Like so many parents, I’ve spent my share of time worrying about my kids’ safety. Thankfully most of the time, I think about their safety abstractly. That is, nothing (knock wood) has happened for me to sense that they were not safe at a given moment. But what if? What would they do in particular situations?
For example, my daughter, at five, is never out of my sight. But what if she did get separated from me? Would she know even the basics? Would she know how to contact us? While we have family rules about staying close, being aware and traveling in multiples, we also need to teach our younger children some basic contact information – and the right time to reveal it. For older kids, the information gets more complex and situational, but it’s still important to clarify it as much as possible.
Start with the basics
For a couple of years now, I’ve taken the opportunity of longer car rides to review safety information. I’ve tried to keep the information age appropriate, starting with basic contact information when the kids are young. At the outset, I teach them – and quiz them – on my name, their father’s name, a couple phone numbers, a secondary contact person, and how to call 911. I also review the kind of person to look to for help if they do get separated from me (a “mom”, a person who works wherever we are and/or a uniform).Once that information is set in their brains (and quizzed regularly to be sure it’s still there), I move on to other safety topics. What would they do if someone they were with were sick or injured? How about an unsafe situation at a friend’s house? Things like that. It’s a little role playing, a little problem solving, and a lot of safety information.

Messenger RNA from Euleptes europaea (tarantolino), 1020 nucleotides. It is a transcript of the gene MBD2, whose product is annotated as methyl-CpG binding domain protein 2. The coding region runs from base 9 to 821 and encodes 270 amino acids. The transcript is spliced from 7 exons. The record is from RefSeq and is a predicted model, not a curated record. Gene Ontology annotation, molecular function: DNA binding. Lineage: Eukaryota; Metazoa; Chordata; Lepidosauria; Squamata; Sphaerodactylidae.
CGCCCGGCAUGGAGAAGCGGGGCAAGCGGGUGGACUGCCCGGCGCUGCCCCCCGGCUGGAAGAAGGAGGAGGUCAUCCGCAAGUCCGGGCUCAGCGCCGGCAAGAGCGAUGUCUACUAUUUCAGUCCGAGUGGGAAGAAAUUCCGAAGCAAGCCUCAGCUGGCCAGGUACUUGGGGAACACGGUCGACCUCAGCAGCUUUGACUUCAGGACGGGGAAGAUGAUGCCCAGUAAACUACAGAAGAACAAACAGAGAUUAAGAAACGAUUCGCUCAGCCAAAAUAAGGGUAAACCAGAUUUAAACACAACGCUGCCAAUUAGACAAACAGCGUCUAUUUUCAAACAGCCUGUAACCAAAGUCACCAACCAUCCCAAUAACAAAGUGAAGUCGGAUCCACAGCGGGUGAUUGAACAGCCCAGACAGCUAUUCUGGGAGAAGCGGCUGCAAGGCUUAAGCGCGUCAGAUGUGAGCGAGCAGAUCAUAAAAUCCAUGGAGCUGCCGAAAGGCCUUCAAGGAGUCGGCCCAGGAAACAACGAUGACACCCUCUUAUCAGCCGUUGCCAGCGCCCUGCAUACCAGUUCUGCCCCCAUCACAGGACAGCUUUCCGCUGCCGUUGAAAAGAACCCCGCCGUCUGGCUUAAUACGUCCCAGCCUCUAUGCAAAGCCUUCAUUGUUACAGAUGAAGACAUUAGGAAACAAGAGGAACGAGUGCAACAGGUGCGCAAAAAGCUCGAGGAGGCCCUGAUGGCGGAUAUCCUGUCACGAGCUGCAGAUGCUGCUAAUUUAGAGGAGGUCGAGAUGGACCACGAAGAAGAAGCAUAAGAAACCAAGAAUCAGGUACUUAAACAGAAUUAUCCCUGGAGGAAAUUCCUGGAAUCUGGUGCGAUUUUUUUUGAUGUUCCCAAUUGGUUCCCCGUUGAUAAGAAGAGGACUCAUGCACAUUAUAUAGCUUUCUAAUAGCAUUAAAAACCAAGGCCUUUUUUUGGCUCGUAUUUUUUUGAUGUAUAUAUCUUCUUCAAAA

Adapt for age
Of course, what is right to talk about with a 13-year-old is not quite right for a 9- year- old or 5- year- old. I try to adapt the conversation for age and relative experiences. While for Sunshine we review phone numbers and such, for Alfs, the review includes what to do if risky behaviors are present. When the conversations come to this level, I usually try to find one-on-one time to address them.Sometimes the kids don’t even realize that I’m doing this safety quiz thing. If we’re already talking about a particular friend or situation, I’ll try to ask a safety question specific to that situation.
Try to keep it quick and light
No matter which child I am quizzing, I try to keep the questions quick and keep a light tone – even though it’s a very serious topic. I don’t want the subject to be onerous, and I’m not trying to scare the kids. I do want them to be prepared as much as they can be in many situations; I want them to be able to help themselves.All of this is, of course, information I hope that they never need. But if they do, we’ve presented it, and I’ll feel more hopeful for the possible outcomes.